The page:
And so I tell myself, commit. And okay yes I committed nine long years ago or I wouldn’t still be sitting here talking about PPD. I know that. But I mean commit to the bigger thing. THE REALLY FUCKING (sorry but this definitely requires a swear word here) SCARY BIG THING.

Do more. Go bigger. And so I’m having conference calls with scientists and researchers and super smart health innovators. I’m spending hours not tweeting or Facebooking but reading about funders and how you’re supposed to get in front of people with lots of dough to tell them about the super exciting stuff that we’re on the cusp of being able to do to impact the health of new families. Things that will not just inform and comfort, as Postpartum Progress the blog has, but things that have the power to change everything.

This all means, of course, that I have to agree to being scared out of my wits on a continuous basis which, if you know me and my history of anxiety, is NOT part of my lifelong adherence to avoiding danger. Thus the whirring, whizzy, fizzy feeling. It’s hard to step forward when every self-preserving part of you says, “Oh no, sister. You’ve lost your mind. WHAT THE HELL HAPPENED TO COMFORT AND SAFETY??!!!”

I feel sick. And yet I think I’m ready to be done getting whacked on the head. I think it’s time to get on with it.

* * *

What’s giving you that “Oh My Hell” feeling? What BIG THING are you hesitant to take on? What would it take to move you forward?

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  1. Julia Huxley says:

    I can help you.
    I used to be a special events coordinator for a health non-profit.
    We raised a LOT of money by inspiring and encouraging the people affected by the disease to raise money, and it exploded, because everyone involved was invested.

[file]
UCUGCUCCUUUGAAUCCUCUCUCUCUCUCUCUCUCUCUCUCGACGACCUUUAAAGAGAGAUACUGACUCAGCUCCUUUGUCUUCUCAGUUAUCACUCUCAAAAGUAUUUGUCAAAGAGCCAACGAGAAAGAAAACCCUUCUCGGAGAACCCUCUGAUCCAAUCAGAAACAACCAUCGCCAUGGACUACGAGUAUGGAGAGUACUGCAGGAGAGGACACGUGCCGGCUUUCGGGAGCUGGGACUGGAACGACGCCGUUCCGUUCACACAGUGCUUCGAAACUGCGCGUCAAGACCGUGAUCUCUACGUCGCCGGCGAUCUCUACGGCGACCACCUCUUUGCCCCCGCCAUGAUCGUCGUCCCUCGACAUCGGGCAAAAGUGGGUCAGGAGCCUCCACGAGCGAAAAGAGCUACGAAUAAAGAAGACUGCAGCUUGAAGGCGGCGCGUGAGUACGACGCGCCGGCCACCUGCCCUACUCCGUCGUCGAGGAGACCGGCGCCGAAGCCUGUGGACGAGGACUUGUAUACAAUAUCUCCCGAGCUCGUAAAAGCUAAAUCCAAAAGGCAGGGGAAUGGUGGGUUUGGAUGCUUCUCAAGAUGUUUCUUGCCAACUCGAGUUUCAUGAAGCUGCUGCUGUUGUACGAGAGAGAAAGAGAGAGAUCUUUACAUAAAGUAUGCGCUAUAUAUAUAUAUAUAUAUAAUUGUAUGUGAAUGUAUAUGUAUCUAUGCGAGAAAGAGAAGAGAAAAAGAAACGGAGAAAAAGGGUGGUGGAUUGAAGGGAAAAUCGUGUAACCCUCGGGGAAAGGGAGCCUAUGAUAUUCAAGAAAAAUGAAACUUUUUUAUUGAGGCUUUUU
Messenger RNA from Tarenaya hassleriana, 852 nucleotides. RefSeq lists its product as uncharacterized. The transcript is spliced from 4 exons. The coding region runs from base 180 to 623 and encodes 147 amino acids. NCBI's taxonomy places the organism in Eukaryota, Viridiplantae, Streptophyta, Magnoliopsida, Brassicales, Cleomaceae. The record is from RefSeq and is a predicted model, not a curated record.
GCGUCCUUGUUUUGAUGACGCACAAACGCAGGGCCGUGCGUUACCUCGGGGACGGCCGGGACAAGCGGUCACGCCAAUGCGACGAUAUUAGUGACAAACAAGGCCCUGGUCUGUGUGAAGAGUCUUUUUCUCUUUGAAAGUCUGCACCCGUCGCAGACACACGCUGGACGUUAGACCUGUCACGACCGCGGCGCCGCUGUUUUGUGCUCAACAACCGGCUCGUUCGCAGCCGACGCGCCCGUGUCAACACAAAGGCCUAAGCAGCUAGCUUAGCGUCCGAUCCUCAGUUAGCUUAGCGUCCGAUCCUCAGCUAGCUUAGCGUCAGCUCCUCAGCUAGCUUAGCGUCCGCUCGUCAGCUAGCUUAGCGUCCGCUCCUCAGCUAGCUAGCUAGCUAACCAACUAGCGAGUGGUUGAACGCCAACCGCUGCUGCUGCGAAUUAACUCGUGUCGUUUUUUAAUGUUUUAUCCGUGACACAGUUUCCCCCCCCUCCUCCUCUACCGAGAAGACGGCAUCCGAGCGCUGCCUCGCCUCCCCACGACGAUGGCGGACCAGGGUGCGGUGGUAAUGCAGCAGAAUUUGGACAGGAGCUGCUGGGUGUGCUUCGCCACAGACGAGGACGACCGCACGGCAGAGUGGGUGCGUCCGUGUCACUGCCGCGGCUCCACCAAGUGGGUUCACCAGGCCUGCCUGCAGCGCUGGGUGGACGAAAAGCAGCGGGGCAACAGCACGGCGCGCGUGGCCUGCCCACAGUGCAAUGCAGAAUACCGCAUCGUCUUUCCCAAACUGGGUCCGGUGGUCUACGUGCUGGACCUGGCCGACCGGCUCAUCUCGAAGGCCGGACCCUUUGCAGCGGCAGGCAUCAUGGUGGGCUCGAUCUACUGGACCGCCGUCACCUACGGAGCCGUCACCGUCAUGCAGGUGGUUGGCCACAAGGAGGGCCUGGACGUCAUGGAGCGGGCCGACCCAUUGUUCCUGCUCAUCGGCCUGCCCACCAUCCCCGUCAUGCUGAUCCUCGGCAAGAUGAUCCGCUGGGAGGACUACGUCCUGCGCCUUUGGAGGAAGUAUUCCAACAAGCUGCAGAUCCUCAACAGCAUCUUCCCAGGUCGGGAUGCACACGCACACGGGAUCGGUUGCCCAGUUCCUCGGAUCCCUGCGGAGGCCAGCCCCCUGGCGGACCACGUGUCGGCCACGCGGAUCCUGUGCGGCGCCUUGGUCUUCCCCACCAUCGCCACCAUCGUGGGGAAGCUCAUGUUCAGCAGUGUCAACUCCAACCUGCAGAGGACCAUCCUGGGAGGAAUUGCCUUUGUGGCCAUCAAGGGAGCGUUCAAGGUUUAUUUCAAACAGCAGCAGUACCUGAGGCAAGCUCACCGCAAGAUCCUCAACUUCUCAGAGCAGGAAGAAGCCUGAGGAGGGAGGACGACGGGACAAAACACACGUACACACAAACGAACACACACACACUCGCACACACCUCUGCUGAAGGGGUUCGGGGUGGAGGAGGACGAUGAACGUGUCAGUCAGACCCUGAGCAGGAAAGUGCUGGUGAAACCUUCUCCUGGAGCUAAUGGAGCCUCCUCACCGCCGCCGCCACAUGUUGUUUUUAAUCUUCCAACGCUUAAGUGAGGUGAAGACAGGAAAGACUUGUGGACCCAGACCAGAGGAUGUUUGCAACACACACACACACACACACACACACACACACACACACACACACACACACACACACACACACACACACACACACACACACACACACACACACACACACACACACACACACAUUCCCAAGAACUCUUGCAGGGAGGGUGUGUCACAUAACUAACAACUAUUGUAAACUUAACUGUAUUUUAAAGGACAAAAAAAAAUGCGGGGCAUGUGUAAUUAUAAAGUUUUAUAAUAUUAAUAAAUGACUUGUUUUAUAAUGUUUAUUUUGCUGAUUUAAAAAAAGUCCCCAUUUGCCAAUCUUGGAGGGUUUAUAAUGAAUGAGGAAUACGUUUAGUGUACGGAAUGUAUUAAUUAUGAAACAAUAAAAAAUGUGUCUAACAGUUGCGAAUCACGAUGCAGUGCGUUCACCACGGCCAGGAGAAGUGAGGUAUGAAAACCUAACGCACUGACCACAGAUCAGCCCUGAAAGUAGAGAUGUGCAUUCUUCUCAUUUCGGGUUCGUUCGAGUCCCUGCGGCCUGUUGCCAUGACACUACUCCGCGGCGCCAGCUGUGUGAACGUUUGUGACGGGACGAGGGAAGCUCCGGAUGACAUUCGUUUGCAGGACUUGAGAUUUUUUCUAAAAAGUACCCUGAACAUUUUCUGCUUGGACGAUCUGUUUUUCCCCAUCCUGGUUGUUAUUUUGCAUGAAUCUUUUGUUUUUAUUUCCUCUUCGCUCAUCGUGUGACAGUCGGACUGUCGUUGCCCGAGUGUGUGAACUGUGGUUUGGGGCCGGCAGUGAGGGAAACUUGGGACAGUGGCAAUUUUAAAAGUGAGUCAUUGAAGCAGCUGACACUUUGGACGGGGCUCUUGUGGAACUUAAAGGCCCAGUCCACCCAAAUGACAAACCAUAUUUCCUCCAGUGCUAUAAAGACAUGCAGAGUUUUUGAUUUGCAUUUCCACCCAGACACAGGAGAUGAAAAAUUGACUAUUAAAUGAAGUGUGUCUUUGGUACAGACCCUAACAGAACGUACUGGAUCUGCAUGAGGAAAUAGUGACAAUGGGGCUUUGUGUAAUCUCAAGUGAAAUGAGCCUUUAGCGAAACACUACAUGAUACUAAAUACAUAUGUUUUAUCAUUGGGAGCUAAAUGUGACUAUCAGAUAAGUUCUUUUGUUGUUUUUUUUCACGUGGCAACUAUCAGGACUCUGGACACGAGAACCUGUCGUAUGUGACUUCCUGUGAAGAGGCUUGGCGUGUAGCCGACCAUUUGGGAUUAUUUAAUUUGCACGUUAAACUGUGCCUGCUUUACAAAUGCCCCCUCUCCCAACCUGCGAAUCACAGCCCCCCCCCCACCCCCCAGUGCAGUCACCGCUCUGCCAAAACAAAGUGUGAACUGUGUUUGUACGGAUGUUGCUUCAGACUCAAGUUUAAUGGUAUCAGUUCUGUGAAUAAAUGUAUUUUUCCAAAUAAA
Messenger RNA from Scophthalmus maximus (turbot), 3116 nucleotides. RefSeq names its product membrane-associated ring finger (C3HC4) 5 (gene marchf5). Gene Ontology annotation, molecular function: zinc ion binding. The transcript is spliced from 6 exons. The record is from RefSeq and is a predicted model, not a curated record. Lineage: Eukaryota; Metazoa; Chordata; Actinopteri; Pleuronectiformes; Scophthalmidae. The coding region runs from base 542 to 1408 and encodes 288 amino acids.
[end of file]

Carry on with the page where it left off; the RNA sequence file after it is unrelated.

The asking for money from big business, this is a trade secret. They WANT to give money. They have budgets. You have to make a good pitch and then you pitch it. The first few times you do it you will suck and they will probably STILL give you the money. At the very least, you learn something from it, and your next ask will be better.

    I can help. I’m a survivor of PPD. I’m invested.
    Email me.

  2. I do the same thing – get up and remove myself from a situation that is productive, exciting, “moving forward”, because I get scared of what is next … Success and work and pride. Good for you for not getting up and facing it. :) You inspire me.

  3. You make me proud, and I’m sure a lot of other moms like me are nodding their heads in agreement. Love you, K! Keep on doing your thing!

  4. You are an incredible person. Postpartum Progress gave me the courage to deal with my own postpartum depression, and I am forever grateful. You have touched and changed the lives of so many with your work. This next step is scary, and big. But given what you have done in 9 years, I have no doubt this next phase will be a huge success. Got get ‘em :)

  5. In the darkness, I found Postpartum Progress. And started my climb out and into the light where I wasn’t an evil, horrible mother who was forever doomed. Thank you. It was my honor and pleasure to support a local climber in Minnesota who I connected with via Postpartum Progress. You had linked to her blog. Back then, I printed it out so I could SHOW people that I wasn’t alone or crazy. Someone else, in my own backyard, had beat that evil demon. Beyond that, I STILL have the email that you sent me over 3 years ago (yes, little old me in Minnesota) that said I would be ok. I will thank you for forver, and always, for your kindness. Keep fighting the good fight – in whatever capacity feels comfortable to you. You are moving mountains and changing lives.

  6. Thank you. For all that you do, thank you :)

  7. THIS. I feel you.

  8. know this feeling so well; having it now. Still haven’t emailed to become a PSI coordinator. Okay….you’ve inspired me yet again!

  9. Anne-Marie says:

    Along the “things could be worse” vein, watch or read Contact and thank heaven you’re not asking for money to look for signs of alien life. (Seriously, there’s a scene in the movie where Jodie Foster breaks down because this is her last chance.)

    Your work is for something you can prove exists! That’s a bonus, right? Not that PPD exists, but that you’re not the only one fighting. Science is on your side already. Why aren’t all the doctors? Let’s get them! You are not alone in the fight, remember?